A Japanese supplier, Takata Corp. has become world famous because of its involvement into a huge recall scandal that covered airbags with potentially defective inflators installed in models of numerous brands.
The world’s second-largest supplier of auto safety systems, Takata – has its deepest ties with Toyota, Honda and the other Japanese manufacturers. But its faulty airbags have also landed in BMW, GM, Ford and Chrysler cars and the NHTSA has said that around 7.8 million cars are at risk in high humidity regions. Because of the explosive used to power the inflator and quality control issues at its manufacturing plant in Mexico, Takata produced airbags could explode and pieces of metal could be sent flying through the cabin at high velocity.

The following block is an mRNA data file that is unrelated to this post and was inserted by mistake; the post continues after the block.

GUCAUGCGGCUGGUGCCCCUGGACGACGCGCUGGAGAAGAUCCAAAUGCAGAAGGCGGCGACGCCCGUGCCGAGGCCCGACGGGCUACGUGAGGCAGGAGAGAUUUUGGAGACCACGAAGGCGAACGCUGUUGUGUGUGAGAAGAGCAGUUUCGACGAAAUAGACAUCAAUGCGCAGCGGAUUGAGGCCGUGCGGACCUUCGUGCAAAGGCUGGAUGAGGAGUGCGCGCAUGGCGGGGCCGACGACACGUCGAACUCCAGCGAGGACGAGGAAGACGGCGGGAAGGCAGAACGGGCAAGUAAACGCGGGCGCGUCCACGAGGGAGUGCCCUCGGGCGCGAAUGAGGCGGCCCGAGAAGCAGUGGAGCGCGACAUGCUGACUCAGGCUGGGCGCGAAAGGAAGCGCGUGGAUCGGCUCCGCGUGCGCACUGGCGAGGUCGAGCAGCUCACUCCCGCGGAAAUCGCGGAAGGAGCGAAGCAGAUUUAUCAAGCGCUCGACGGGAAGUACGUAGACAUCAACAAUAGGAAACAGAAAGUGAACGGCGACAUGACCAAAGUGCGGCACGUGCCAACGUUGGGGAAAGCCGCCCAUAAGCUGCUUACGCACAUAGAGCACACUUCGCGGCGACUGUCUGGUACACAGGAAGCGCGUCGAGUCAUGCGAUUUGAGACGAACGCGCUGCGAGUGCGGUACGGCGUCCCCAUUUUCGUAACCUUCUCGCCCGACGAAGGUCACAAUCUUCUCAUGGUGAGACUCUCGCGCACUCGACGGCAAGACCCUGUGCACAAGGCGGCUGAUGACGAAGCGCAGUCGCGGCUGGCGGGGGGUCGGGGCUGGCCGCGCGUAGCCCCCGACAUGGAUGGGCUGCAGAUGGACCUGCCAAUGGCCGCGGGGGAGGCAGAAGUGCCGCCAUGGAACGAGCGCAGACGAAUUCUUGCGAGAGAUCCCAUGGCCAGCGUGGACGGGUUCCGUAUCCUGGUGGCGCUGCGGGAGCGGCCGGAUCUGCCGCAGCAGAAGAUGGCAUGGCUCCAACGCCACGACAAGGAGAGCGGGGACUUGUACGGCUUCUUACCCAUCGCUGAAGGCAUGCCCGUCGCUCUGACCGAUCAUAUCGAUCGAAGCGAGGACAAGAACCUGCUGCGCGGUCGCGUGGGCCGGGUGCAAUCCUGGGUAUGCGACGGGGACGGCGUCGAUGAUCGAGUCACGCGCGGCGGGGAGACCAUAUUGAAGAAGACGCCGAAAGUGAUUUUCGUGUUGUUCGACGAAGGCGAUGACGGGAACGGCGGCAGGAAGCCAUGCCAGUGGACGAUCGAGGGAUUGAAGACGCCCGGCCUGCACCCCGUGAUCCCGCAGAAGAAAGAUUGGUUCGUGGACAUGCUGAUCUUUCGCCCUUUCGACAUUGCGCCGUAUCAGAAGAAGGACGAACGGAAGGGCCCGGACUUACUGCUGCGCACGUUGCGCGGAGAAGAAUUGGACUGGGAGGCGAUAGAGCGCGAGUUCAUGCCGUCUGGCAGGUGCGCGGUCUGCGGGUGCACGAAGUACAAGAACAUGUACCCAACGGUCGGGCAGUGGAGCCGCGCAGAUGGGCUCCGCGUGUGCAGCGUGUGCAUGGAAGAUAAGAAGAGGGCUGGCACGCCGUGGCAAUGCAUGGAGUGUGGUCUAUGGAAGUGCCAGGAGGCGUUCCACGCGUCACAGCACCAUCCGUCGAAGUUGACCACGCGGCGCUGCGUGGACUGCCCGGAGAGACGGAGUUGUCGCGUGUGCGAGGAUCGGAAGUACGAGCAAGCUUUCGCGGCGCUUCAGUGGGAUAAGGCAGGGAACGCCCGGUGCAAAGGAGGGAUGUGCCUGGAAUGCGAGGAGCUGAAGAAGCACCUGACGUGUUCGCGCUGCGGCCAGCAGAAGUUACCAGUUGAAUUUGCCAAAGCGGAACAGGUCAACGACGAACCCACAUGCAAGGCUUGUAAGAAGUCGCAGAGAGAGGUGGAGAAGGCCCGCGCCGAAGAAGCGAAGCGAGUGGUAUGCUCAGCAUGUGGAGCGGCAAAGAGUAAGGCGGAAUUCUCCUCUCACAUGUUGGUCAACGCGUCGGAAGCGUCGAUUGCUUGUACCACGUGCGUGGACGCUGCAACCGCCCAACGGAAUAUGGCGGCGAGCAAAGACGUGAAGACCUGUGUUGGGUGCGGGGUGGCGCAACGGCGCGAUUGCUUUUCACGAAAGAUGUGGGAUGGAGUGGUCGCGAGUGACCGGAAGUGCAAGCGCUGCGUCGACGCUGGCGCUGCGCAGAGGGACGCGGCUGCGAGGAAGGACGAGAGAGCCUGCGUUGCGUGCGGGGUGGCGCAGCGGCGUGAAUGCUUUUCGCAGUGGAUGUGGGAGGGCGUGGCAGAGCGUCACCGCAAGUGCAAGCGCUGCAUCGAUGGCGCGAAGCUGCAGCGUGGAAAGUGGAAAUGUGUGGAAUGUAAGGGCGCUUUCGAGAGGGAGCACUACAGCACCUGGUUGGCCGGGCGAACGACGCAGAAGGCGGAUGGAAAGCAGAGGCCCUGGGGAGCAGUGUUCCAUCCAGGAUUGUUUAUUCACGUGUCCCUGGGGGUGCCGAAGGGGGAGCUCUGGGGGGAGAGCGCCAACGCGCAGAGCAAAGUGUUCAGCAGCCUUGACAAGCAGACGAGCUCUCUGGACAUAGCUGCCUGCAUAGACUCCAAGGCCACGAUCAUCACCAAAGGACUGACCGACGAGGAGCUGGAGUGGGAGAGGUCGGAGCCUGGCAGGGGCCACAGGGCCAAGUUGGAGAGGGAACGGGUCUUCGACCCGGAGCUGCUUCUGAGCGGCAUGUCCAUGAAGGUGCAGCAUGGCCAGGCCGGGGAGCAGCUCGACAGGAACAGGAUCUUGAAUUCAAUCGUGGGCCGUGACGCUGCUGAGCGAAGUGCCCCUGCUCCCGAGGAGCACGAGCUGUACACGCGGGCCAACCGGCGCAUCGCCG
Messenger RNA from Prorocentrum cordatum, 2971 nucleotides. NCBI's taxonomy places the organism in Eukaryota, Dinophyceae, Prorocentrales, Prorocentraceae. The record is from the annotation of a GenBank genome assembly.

So far, the recalls have been tied to four fatalities in the US, but given the sheer cost and disruption of such a decision, Takata is unlikely to be discarded as a supplier by its automotive clients. Executives from both Honda and Toyota – its largest clients – have already dismissed rumors of such decisions. But that could change.
Scott Upham, a former executive at Takata and at third-ranked TRW Automotive, now president of Valient Market Research thinks the Japanese supplier would move quietly – in a typical Japanese manner – and make it up to the automakers in time. On the other hand, contracts for future model designs – now only on the designer’s board – could be awarded to other suppliers if the recalls are widened. So far, the 7.8 million cars have been recalled regionally, but now three Democratic senators are vying for a countrywide campaign. That would add at least 5.3 million new cars to the tally.